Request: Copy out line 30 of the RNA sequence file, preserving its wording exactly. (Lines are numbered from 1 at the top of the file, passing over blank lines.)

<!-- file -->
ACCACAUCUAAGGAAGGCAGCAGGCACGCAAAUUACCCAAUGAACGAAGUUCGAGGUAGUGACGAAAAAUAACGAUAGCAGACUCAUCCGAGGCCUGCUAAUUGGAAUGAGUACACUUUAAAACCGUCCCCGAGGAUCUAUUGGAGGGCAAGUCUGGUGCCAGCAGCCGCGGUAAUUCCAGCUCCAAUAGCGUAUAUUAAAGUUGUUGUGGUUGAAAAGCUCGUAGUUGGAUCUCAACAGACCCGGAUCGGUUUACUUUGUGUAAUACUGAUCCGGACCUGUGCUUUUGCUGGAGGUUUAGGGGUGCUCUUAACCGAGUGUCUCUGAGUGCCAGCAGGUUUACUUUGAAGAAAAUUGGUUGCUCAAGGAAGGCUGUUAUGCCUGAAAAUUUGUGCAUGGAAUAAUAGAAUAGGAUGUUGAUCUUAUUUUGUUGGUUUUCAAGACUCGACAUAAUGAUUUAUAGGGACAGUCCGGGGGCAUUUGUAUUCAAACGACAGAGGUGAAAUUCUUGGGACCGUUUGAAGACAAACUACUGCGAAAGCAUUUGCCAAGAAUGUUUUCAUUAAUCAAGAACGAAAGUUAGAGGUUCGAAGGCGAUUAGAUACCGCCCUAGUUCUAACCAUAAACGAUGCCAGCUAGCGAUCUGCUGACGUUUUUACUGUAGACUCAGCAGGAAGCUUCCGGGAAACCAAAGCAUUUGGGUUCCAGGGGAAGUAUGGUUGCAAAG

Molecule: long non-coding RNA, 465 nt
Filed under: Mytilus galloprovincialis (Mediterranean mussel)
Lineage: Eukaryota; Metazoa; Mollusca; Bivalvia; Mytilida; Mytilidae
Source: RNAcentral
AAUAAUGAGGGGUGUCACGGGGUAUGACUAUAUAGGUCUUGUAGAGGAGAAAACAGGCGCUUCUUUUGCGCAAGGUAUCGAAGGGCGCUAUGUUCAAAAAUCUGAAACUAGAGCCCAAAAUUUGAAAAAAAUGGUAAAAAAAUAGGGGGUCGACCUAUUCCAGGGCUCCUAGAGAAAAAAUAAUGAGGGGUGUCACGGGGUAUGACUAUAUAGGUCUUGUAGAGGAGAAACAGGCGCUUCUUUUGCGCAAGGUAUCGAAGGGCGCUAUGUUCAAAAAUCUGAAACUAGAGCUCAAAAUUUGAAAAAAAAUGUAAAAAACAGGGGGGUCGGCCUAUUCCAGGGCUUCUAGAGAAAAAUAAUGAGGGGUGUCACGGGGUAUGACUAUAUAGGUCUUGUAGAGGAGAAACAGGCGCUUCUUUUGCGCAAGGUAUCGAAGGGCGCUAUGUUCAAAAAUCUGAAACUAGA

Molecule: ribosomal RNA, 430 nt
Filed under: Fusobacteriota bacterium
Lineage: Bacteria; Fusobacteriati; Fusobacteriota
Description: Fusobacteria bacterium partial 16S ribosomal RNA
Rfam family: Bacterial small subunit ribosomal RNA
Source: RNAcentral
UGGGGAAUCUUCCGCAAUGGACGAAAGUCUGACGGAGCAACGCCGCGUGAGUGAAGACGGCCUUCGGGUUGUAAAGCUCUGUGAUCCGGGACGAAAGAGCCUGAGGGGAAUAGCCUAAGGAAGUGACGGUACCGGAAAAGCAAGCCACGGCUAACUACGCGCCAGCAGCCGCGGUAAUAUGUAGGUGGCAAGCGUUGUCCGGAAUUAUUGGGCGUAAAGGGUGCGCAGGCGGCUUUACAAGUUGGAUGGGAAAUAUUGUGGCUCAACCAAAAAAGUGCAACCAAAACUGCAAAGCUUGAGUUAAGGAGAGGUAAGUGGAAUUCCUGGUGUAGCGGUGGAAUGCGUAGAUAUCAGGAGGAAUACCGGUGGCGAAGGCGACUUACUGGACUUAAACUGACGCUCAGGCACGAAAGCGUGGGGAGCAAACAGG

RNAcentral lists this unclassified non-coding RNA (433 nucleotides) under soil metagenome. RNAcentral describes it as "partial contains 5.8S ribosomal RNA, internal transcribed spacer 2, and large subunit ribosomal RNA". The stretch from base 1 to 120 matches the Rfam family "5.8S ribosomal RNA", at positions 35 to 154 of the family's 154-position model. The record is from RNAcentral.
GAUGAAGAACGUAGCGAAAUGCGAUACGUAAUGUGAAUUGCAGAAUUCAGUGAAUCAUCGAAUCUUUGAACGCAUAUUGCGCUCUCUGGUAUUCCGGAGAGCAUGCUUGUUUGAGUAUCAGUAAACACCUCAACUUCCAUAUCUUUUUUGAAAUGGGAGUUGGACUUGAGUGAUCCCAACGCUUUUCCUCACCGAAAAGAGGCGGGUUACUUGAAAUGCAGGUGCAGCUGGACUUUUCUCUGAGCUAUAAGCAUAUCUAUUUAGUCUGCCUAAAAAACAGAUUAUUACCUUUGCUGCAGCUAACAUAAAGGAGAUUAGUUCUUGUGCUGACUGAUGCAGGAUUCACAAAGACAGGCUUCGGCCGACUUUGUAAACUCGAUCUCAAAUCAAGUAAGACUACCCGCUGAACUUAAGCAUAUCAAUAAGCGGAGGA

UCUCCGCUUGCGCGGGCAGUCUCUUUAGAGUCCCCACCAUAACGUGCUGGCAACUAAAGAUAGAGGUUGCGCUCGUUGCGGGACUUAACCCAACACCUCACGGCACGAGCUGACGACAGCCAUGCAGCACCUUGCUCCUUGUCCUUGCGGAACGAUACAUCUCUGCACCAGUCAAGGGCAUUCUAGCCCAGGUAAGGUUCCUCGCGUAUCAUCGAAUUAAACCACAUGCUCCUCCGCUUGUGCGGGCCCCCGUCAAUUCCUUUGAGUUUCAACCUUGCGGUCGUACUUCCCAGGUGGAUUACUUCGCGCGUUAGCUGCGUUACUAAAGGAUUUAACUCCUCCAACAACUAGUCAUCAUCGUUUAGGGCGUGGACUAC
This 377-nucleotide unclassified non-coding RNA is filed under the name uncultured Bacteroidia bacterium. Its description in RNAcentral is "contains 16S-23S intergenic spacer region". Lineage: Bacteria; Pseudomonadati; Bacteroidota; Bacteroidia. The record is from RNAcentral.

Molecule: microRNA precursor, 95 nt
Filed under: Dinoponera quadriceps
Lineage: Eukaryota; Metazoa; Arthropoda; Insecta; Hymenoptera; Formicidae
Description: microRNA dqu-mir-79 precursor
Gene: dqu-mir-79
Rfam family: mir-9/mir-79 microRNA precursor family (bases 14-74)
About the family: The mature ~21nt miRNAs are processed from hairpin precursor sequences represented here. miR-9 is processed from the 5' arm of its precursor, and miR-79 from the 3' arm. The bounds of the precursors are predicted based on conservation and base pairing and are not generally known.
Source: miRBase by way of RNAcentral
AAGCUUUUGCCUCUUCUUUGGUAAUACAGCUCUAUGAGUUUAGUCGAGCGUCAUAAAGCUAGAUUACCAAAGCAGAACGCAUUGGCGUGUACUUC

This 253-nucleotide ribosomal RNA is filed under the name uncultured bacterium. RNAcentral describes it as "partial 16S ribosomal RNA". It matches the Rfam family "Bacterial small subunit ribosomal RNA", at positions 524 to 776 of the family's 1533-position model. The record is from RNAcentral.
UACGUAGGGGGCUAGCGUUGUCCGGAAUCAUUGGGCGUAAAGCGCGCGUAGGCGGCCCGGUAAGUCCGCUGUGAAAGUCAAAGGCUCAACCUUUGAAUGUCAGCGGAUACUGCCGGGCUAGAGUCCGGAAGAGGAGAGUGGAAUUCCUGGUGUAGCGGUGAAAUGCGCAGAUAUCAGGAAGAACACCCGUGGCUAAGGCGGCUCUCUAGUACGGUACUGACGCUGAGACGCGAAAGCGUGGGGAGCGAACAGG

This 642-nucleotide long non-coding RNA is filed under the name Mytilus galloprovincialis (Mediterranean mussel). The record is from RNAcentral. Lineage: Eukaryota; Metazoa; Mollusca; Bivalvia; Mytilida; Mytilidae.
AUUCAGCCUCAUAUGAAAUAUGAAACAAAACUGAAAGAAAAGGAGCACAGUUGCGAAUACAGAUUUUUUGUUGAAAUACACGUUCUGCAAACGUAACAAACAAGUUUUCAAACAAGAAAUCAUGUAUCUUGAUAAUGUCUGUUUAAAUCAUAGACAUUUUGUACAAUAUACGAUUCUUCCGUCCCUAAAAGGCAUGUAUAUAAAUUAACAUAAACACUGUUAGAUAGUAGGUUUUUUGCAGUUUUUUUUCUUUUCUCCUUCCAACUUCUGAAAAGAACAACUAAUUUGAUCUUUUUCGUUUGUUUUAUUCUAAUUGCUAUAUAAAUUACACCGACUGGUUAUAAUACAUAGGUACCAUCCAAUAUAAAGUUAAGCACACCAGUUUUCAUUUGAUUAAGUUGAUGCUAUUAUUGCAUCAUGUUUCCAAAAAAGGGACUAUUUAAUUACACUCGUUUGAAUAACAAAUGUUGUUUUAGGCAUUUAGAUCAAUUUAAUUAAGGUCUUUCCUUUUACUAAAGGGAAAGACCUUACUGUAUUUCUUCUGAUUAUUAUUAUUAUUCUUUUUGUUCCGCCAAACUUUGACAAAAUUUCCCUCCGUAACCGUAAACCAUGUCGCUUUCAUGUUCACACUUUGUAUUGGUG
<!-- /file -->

AUUCAGCCUCAUAUGAAAUAUGAAACAAAACUGAAAGAAAAGGAGCACAGUUGCGAAUACAGAUUUUUUGUUGAAAUACACGUUCUGCAAACGUAACAAACAAGUUUUCAAACAAGAAAUCAUGUAUCUUGAUAAUGUCUGUUUAAAUCAUAGACAUUUUGUACAAUAUACGAUUCUUCCGUCCCUAAAAGGCAUGUAUAUAAAUUAACAUAAACACUGUUAGAUAGUAGGUUUUUUGCAGUUUUUUUUCUUUUCUCCUUCCAACUUCUGAAAAGAACAACUAAUUUGAUCUUUUUCGUUUGUUUUAUUCUAAUUGCUAUAUAAAUUACACCGACUGGUUAUAAUACAUAGGUACCAUCCAAUAUAAAGUUAAGCACACCAGUUUUCAUUUGAUUAAGUUGAUGCUAUUAUUGCAUCAUGUUUCCAAAAAAGGGACUAUUUAAUUACACUCGUUUGAAUAACAAAUGUUGUUUUAGGCAUUUAGAUCAAUUUAAUUAAGGUCUUUCCUUUUACUAAAGGGAAAGACCUUACUGUAUUUCUUCUGAUUAUUAUUAUUAUUCUUUUUGUUCCGCCAAACUUUGACAAAAUUUCCCUCCGUAACCGUAAACCAUGUCGCUUUCAUGUUCACACUUUGUAUUGGUG